Brainstorm
Services

EDUCATIONAL
MATERIALS


West Chester University

Spring 2006 and Fall 2005

West Chester University

Fall 2004and
Spring 2005

Spring 2003

Fall 2002

Spring 2002

Fall 2001

 

 

 

Home

Contact

Course Syllabi and Announcements
  LIT 165 Syllabus
  LIT 165 Announcements and Assignments
  WRT 120 Syllabus
  WRT 120 Announcements and Assignments

Notebook for Topics in Literature: Imaginary Worlds (Spring 2008)
  A Reading of THE TEMPEST

Notebook for Topics in Literature: Rites of Passage (Spring 2006)
  Goals of the Course
  Fundamental Questions about Literature
  Valuing Literature
  Critical Thinking and Reading Literature
  Critical Approaches to Literature
  Literature as ART
  Ambiguity
  Approaching the Art of Fiction
  Defining the Short Story
  Evaluating Short Fiction
  Craft of Fiction: PLOT
  Craft of Fiction: CHARACTER
  Small Group Exercise
  ARABY by James Joyce
  WHERE ARE YOU GOING, WHERE HAVE YOU BEEN? by Joyce Carol Oates
  Our RITES OF PASSAGE Theme
  A note about GIRL
  POE and the art of STORY OF A HOUR
  THE YELLOW WALLPAPER
  YOUNG MAN ON SIXTH AVENUE
  Notes on Innovative Fiction
  Assignment Sheet for Paper #1
  Fiction and Ambiguity - Your Questions
  Writing Workshop - Short Fiction
  Poetry Journal Project Assignment Sheet
  LITERARY SYNTHESIS PROJECT
  Defining Poetry
  Reading Poetry
  The Craft of Poetry
  Drama and Tragedy
  Study Questions: DEATH OF A SALESMAN

Notebook for Effective Writing I (Spring 2006)
  Paper #4 Assignment Sheet
  Critical Thinking and Commentary
  Casebook: Evaluating Sources Worksheet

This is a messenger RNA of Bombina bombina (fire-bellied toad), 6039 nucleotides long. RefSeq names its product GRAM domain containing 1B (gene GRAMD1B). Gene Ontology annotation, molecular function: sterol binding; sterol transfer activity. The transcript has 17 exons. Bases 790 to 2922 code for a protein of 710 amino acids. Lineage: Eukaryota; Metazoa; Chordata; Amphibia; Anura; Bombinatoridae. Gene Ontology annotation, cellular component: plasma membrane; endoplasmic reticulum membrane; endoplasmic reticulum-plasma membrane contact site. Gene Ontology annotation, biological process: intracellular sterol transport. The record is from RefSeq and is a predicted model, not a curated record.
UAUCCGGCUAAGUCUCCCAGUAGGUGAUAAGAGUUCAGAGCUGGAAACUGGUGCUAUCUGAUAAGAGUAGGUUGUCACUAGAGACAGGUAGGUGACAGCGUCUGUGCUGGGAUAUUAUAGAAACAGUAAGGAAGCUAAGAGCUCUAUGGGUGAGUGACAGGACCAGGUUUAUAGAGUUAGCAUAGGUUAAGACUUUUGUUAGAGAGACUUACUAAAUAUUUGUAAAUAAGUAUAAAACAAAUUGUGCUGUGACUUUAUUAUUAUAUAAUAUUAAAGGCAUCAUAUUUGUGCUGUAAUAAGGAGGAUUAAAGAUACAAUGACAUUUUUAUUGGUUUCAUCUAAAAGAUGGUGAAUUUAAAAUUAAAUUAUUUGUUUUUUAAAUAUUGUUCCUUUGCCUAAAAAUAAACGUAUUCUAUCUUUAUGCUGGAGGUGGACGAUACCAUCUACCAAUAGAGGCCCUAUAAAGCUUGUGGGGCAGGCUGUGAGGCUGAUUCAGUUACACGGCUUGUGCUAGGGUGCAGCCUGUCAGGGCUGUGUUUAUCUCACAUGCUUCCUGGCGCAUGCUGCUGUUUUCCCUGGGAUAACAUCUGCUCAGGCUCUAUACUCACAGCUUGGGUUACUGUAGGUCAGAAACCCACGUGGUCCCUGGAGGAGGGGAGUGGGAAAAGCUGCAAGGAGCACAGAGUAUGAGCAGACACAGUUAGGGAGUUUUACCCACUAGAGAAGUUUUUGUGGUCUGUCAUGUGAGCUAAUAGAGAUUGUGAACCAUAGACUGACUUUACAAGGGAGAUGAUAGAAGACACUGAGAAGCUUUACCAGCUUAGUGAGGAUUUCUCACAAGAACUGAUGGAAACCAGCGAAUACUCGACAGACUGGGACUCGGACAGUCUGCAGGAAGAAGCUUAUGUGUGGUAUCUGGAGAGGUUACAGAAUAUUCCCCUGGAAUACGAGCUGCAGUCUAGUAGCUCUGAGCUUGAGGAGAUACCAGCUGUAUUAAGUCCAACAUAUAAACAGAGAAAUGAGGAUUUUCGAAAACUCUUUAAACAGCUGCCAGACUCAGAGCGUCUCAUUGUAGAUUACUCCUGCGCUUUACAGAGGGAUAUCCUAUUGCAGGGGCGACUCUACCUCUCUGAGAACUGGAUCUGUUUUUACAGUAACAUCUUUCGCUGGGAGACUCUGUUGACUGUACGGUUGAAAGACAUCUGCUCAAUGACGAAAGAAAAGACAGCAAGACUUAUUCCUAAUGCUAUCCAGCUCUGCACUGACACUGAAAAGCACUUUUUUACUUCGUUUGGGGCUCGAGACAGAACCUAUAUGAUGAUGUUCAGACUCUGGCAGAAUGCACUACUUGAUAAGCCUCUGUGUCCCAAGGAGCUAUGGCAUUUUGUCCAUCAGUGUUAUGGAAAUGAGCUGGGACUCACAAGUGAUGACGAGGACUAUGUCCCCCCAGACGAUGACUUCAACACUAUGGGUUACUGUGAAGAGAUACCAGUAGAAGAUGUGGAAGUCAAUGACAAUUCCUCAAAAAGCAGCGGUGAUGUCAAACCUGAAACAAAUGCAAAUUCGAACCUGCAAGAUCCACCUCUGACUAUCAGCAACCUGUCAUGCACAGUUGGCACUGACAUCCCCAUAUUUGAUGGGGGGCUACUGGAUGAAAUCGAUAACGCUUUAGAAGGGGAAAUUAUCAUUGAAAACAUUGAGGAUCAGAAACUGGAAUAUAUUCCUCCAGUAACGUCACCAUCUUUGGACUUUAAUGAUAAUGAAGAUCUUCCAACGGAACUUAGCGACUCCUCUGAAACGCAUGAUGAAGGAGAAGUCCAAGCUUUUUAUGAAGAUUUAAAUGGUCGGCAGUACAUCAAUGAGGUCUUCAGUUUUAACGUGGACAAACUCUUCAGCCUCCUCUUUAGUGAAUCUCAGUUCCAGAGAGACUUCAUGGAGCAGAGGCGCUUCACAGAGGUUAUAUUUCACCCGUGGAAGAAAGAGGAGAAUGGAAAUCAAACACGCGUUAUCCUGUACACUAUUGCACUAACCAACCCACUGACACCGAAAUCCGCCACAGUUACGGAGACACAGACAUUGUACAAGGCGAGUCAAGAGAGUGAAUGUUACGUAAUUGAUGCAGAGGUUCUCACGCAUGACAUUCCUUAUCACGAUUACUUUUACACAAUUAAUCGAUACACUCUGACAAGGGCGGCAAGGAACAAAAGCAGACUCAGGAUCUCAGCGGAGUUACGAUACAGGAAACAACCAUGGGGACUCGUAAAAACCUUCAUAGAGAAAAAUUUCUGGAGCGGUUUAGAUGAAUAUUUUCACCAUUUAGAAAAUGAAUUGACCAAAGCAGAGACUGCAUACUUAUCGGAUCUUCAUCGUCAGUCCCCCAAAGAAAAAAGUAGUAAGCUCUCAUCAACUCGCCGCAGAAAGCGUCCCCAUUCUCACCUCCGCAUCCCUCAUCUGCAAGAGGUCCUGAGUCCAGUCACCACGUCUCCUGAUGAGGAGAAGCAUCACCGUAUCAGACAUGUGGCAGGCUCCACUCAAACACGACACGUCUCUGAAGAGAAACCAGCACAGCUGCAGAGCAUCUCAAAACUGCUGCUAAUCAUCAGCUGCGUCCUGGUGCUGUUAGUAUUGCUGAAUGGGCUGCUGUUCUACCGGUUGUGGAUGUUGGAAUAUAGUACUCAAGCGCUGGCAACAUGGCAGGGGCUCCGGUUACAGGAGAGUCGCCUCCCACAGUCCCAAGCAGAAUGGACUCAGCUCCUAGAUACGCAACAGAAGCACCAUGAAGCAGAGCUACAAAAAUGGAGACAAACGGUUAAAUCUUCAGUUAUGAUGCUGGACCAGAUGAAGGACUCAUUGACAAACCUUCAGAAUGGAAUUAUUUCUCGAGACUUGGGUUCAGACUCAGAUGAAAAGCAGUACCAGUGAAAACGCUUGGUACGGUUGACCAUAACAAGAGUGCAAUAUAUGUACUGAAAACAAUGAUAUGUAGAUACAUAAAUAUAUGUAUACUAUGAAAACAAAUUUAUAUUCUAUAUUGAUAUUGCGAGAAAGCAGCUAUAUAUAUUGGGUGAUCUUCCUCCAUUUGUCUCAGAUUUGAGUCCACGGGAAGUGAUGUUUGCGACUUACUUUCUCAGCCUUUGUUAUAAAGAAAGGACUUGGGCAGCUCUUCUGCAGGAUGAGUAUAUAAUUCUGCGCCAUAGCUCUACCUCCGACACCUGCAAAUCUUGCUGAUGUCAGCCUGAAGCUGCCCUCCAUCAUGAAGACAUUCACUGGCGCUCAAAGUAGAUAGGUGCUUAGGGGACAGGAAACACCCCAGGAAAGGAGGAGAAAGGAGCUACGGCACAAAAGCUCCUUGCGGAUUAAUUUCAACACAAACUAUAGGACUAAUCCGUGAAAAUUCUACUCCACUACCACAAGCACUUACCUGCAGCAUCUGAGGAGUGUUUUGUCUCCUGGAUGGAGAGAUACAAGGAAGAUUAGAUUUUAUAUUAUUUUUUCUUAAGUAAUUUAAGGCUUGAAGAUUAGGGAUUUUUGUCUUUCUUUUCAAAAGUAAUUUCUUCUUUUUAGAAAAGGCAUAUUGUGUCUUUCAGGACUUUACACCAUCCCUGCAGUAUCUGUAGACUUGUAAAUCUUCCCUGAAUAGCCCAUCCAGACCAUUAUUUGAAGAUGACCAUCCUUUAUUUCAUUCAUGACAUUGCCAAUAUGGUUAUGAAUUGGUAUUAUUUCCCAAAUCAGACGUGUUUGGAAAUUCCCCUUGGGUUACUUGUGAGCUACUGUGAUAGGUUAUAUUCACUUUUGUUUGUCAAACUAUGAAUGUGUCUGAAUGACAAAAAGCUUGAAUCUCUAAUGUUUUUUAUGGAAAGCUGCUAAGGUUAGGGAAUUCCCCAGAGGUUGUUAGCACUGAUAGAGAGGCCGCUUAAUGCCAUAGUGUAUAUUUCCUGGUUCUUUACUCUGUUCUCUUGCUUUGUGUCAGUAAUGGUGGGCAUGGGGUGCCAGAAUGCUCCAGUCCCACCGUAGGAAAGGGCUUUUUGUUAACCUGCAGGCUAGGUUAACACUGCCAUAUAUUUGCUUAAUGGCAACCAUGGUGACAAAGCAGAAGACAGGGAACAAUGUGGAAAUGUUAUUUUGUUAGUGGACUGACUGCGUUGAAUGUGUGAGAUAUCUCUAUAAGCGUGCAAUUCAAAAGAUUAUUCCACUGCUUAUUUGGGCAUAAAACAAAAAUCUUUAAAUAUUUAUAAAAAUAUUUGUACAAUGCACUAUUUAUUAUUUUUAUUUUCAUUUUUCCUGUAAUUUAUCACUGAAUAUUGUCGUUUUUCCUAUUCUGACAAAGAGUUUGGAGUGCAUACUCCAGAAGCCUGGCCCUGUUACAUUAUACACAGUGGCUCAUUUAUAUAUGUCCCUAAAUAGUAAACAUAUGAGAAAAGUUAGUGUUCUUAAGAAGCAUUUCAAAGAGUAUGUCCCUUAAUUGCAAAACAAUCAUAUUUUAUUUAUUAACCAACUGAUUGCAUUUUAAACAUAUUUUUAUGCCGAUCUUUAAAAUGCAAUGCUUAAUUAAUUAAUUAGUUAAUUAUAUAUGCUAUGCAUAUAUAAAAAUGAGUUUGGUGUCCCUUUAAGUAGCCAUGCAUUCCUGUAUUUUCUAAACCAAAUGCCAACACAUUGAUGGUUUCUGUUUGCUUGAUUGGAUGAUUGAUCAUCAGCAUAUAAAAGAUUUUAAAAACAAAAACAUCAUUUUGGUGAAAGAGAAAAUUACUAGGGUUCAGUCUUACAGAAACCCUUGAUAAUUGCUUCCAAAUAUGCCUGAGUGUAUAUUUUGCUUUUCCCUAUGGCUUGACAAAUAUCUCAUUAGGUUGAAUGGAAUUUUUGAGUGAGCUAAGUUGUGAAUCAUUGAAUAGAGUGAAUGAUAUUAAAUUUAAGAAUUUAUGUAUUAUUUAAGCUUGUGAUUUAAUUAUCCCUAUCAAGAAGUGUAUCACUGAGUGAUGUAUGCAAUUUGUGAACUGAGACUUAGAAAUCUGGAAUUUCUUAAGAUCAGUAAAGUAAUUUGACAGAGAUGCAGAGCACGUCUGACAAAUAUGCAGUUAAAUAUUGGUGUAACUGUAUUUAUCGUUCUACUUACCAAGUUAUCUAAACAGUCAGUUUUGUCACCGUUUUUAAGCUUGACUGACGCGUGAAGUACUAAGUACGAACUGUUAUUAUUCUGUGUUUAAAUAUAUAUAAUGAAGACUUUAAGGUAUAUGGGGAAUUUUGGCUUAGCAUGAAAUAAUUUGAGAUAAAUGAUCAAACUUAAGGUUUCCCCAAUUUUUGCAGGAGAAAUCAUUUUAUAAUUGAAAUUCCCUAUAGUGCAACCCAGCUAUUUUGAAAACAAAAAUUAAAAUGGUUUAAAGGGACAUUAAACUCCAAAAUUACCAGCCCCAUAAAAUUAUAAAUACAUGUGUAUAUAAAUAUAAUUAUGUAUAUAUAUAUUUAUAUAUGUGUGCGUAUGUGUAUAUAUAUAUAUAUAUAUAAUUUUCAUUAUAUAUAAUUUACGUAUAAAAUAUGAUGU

Selecting Information
  Evaluating Arguments
  CASEBOOK PROJECT Assignment Sheet
  Approaching Persuasive Writing
  Topic Development - Profile Essay
  Generating Ideas for the Profile Essay
  Paper #2 Assignment Sheet
  Profile Exercise
  Analyzing THE FIVE BEDROOM, SIX FIGURE ROOTLESS LIFE
  Objective Writing: Selected Readings
  Writing Workshop: Paper #1
  Expressive Writing in the NYTimes
  Writing Effective Introductions and Conclusions
  Paper #1: IDENTITY
  Expressive Writing
  Open Letter Exercise and Examples
  EMERSON on Individuality vs. Conformity
  Literature related to IDENTITY
  Understanding the 'Rhetorical Situation'

Go Exploring
  Weblog for WRT 120
  Writing Assistance on the Web
  Blackboard at WCU
  WCU Homepage
  WCU's Francis Harvey Green Library

Notebook for Topics in Literature: Imaginary Worlds (Fall 2005)
  One Last Look at Imaginary Worlds
  Franz Kafka's BEFORE THE LAW
  Analyzing WAITING FOR GODOT
  Approaching WAITING FOR GODOT
  Paper #3: Assignment Sheet
  Paper #4: Independent Project
  The Problem of Stability in BRAVE NEW WORLD
  UTOPIA/DYSTOPIA Links
  Analyzing Huxley's BRAVE NEW WORLD
  Defining Utopia
  Embarking on Huxley's BRAVE NEW WORLD
  A Reading of Shakespeare's THE TEMPEST
  From today's news (11/3/05)
  Assignment Sheet for Paper #2
  Goodbye to Dante's Imaginary World
  Stepping Through Dante's Inferno: Cantos 10-34
  Stepping Through Dante's Inferno: Cantos 1-10
  INFERNO: Questions/Analysis: Cantos 32-34
  INFERNO: Questions/Analysis: Cantos 18-31
  INFERNO: Questions for Analysis: Cantos 12-17
  INFERNO: Structure
  INFERNO: Questions for Analysis: Cantos 1-5
  INFERNO: Analyzing Canto 1
  Relating to Dante's Inferno
  Approaching Dante's DIVINE COMEDY
  A Little Help with Dante's INFERNO
  Assignment Sheet for Paper #1
  Notes on LEAF BY NIGGLE
  Responses to LEAF BY NIGGLE
  ON FAIRY STORIES: An Essay by Tolkien
  Notes on Axolotl
  Reading Ovid's Tales
  From Myth to Literature: Approaching Ovid's Tales
  Notes on THE EYE OF THE GIANT
  Functions of the Genesis Tales
  Analyzing Mythic Tales
  Defining Mythology
  Filtering the Introduction to FANTASTIC WORLDS
  Commentary on LA BELLE DAME SANS MERCI by Keats
  Commentary on DARKNESS by Byron
  Handout: Imagination Poems Set
  What is Imagination?
  Our Course Theme: Imaginary Worlds
  LIT 165 Assignments: Fall 2005
  LIT 165 Announcements: Fall 2005
  Imaginary Worlds: Course Syllabus

Notebook for Effective Writing I (Fall 2005)
  Paper #4: Independent Thinking/Reading/Writing
  Casebook Preparation Checklist
  Casebook Assignment Schedule
  Evaluating Sources for the Casebook